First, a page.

WASHINGTON - Vehicle technology that saves fuel when the driver is stuck in a traffic jam or gridlock, and limits idling when the vehicle is not in motion, may no longer be a pipe dream for non-hybrid vehicles. The high-tech auto "Stop-Start" system, also called the idle-stop system, shuts off the engine when the vehicle comes to a stop, is going mainstream, according to AAA Mid-Atlantic.
More than eight million cars will have the technology by 2017, says AAA Mid-Atlantic, saving motorists on gas when they pull up to a traffic signal or sign. Some car makers say once the feature is included in vehicles with conventional gasoline engines some motorists will be able to improve their fuel economy by 4% to 10%.
"Engine stop-start isn€™t a brand new technology, but the latest systems benefit from significant advances made in the last few years," said Ben Perricone, territory manager for AAA Mid-Atlantic€™s Approved Auto Repair (AAR) program. "This technology is only going to gain momentum as vehicle manufactures work to meet the more stringent Corporate Average Fuel Economy (CAFE) standards set for 2016."
The stop-start system, a technology that shuts off a vehicle€™s engine when stopped in traffic, is now making its way to the U.S. from overseas where such systems are already in common use.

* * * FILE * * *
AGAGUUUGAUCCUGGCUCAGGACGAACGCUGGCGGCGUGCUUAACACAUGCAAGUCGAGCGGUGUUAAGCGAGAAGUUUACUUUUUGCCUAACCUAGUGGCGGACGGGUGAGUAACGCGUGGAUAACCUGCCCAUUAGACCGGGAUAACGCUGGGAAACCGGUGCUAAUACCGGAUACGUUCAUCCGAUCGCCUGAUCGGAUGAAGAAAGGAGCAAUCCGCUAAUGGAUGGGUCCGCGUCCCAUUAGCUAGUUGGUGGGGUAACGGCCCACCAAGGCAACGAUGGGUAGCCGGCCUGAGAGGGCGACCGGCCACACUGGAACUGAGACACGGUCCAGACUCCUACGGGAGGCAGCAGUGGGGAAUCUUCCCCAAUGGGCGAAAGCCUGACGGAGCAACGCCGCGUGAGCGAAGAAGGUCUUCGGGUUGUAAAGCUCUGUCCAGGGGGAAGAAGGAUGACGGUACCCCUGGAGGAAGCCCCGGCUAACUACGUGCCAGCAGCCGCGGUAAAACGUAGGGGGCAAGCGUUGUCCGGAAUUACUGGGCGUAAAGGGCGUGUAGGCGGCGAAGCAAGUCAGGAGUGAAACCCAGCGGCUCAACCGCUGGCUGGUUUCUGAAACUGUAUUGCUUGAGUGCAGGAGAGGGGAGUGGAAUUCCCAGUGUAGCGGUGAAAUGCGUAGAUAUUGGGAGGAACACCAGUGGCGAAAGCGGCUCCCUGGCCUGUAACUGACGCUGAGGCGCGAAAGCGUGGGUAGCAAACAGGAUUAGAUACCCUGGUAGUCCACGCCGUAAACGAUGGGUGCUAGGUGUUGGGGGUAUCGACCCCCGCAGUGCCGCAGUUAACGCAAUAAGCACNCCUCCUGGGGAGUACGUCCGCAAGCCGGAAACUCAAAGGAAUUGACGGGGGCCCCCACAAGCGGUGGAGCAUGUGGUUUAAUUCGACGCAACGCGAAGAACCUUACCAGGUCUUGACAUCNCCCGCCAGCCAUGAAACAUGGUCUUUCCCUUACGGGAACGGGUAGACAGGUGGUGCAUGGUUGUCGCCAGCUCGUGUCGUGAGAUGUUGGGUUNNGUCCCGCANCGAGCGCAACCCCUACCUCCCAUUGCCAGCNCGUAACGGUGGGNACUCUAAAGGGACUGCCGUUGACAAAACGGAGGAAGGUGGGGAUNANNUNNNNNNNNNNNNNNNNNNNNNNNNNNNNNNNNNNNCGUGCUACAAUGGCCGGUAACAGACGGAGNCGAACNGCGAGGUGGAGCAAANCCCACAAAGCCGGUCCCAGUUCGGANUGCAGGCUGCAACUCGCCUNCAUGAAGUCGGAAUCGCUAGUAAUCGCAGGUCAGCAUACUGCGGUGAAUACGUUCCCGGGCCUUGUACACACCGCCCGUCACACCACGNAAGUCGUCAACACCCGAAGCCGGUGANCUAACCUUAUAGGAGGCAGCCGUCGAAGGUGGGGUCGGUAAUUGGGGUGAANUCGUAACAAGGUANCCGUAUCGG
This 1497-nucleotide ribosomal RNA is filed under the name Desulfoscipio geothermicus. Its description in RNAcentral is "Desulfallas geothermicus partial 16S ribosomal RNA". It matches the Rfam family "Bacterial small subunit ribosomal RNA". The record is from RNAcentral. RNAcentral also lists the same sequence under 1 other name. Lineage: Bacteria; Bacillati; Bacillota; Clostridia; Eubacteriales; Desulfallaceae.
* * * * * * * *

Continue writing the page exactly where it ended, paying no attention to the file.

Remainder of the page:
Lux Research predicts that more than eight million vehicles in North America will be equipped with engine stop-start systems by 2017. Early versions of stop-start technology date back to the 1980s. Today more than 40% of the new cars sold in Europe and Japan use this gas saving technology. Just two years ago Ford announced it now has "more than 244 patents for its Auto Start-Stop technology."
AAA€™s automotive experts explain stop-start systems:
- What is stop-start? Stop-start technology automatically shuts off the engine when a driver is stuck in traffic or waiting for a red light to change. By doing so, the system can improve fuel economy up to 12% and contribute to a reduction in vehicle exhaust emissions.
- How much can it save? If gasoline costs $3.75 per gallon, the owner of a car that normally gets 20 mpg and is driven 12,000 miles per year would save an estimated $167 per year in fuel costs if the vehicle were equipped with an engine stop-start system. In this case, the system would pay for itself in less than two years and offer ongoing savings thereafter.
- What American market vehicles offer stop-start today? All hybrid cars have stop-start capability, although they use a different technology than the systems on conventional powertrains. The first non-hybrid stop-start systems in the U.S. market are on 2012 highline vehicles from BMW, Mercedes and Porsche. For the 2013 model year, Jaguar will join that select group, but stop-start systems will also become available on popularly priced models from Ford, Kia, and possibly others. Even trucks will start to see some systems with Dodge adding stop-start to its V6-powered Ram 1500 pickup for a one mile per gallon fuel economy improvement.